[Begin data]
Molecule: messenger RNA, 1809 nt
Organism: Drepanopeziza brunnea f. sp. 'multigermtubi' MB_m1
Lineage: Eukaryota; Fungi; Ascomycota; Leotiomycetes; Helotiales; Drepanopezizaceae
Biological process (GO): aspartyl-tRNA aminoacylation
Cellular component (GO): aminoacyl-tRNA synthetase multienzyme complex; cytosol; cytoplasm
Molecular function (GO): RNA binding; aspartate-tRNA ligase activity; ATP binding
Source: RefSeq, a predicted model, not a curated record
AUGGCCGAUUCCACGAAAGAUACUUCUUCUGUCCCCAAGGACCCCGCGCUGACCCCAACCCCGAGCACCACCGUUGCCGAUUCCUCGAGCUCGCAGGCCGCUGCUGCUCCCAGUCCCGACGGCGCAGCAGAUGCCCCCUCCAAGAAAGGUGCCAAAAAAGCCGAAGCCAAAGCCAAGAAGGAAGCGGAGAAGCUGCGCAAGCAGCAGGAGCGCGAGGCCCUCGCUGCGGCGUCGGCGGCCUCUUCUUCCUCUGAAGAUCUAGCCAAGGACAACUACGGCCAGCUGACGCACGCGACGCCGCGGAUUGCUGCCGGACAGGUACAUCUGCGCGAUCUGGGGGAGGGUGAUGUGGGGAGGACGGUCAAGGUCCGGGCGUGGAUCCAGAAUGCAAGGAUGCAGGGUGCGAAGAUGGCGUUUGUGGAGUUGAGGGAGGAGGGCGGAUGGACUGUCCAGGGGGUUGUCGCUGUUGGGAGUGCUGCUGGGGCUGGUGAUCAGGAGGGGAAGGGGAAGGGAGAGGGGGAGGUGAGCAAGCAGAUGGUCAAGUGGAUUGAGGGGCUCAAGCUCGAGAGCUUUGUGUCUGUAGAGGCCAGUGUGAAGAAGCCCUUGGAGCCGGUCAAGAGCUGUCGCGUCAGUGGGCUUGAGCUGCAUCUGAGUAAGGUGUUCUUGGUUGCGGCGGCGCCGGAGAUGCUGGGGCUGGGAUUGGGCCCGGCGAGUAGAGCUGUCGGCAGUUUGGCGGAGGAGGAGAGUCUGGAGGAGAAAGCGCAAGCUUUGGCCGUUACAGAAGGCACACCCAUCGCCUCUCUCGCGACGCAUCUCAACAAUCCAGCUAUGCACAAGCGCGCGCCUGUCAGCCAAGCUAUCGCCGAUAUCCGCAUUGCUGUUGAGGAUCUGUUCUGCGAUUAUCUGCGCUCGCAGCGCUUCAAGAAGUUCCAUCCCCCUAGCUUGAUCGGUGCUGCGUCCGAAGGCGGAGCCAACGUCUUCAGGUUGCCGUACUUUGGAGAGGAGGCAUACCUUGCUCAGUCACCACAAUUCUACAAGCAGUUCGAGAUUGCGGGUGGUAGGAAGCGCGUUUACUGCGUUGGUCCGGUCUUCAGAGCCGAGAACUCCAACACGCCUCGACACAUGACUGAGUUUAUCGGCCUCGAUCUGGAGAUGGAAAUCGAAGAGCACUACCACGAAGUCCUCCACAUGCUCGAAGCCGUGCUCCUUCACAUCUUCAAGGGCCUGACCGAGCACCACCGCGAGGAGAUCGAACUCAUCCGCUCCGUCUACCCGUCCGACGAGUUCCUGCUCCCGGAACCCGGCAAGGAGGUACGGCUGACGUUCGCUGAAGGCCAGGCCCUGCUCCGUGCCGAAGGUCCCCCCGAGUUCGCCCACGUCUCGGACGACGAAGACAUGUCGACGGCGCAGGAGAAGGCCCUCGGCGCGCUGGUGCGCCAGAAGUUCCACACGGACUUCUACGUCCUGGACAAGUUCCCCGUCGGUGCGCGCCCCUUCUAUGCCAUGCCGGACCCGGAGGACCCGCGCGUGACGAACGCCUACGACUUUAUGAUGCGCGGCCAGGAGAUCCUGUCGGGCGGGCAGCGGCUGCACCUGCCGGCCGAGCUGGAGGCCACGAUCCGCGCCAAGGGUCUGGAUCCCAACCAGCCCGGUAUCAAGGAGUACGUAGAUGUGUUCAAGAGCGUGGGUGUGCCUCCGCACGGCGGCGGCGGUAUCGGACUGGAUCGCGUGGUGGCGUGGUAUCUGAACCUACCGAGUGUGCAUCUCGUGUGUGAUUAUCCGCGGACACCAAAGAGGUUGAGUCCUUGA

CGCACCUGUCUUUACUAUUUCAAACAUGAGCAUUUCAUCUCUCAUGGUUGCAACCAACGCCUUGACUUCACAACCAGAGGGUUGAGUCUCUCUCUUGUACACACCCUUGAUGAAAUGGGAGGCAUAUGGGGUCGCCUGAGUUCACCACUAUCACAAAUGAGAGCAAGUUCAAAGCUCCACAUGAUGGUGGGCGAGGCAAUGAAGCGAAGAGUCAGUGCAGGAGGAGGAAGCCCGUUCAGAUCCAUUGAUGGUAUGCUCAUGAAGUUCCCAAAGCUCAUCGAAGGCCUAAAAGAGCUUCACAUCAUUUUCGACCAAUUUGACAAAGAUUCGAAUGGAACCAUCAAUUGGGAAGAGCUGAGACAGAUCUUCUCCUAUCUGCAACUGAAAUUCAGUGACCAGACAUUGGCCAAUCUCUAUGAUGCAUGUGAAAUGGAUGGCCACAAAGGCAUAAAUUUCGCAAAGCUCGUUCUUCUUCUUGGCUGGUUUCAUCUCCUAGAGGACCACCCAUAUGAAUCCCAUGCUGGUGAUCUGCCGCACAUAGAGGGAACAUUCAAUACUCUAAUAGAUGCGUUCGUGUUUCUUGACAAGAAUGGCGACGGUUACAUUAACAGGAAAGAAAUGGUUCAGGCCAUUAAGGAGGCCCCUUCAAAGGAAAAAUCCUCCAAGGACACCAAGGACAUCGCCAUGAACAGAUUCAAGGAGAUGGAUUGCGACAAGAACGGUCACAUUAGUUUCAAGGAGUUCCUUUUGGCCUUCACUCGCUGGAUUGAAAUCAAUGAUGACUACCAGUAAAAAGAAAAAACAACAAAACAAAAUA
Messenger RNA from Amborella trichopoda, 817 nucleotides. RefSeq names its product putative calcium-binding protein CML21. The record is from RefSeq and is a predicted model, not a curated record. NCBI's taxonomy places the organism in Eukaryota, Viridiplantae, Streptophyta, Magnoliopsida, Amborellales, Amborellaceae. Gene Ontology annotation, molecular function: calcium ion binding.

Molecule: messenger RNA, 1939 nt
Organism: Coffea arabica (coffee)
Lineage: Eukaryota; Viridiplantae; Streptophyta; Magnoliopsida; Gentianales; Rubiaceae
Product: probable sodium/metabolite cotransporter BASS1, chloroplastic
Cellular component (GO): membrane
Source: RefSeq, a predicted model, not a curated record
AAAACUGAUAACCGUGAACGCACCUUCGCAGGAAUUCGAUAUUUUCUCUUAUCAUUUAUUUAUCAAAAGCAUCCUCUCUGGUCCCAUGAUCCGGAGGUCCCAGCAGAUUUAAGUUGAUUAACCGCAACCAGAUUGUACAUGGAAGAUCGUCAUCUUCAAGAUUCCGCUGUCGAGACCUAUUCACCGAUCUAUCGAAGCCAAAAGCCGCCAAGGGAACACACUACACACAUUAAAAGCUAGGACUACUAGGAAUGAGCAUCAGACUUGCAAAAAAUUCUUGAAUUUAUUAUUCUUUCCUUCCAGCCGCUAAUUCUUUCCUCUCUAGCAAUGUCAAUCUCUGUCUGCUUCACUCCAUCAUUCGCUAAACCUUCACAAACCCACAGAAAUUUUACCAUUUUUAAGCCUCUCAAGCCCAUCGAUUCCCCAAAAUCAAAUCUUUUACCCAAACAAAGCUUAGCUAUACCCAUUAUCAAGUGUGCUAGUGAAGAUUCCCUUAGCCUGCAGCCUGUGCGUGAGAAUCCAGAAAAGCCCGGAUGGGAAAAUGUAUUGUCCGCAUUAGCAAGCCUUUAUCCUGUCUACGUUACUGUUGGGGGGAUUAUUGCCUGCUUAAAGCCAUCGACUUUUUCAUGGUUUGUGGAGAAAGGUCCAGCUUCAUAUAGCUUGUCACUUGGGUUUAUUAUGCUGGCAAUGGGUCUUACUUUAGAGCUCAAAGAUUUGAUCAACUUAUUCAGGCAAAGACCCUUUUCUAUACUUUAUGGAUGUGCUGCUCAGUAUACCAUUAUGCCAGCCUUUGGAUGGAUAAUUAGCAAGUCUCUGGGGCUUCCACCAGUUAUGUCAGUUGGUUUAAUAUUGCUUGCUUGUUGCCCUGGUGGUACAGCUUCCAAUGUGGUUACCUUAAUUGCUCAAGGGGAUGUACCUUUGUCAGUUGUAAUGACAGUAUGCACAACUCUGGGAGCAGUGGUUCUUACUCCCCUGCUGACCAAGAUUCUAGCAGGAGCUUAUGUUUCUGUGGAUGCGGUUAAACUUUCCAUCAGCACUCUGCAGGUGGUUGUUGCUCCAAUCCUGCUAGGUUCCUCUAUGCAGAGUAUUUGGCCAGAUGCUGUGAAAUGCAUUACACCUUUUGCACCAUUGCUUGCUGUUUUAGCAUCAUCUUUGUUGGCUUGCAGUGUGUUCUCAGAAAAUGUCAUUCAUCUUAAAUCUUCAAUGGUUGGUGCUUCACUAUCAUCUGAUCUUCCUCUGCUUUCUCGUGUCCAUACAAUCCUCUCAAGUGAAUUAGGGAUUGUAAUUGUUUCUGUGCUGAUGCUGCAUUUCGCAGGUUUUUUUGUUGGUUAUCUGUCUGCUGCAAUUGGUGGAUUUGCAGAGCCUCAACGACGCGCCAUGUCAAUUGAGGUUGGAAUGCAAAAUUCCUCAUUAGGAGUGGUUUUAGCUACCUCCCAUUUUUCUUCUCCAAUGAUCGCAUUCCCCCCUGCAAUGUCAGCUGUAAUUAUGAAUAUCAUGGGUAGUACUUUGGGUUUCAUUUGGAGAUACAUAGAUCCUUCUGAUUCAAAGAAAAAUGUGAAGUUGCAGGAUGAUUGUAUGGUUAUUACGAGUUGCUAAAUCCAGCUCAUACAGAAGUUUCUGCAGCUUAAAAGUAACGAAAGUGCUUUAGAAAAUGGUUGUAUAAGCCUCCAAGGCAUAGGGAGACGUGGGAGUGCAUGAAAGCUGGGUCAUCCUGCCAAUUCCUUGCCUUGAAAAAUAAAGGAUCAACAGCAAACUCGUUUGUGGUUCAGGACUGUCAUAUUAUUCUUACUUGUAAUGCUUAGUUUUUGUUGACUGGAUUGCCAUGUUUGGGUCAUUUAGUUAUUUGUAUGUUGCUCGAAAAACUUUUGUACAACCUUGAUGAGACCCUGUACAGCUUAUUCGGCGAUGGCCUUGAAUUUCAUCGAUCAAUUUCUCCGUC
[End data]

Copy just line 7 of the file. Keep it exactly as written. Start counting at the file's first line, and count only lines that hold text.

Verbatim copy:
Source: RefSeq, a predicted model, not a curated record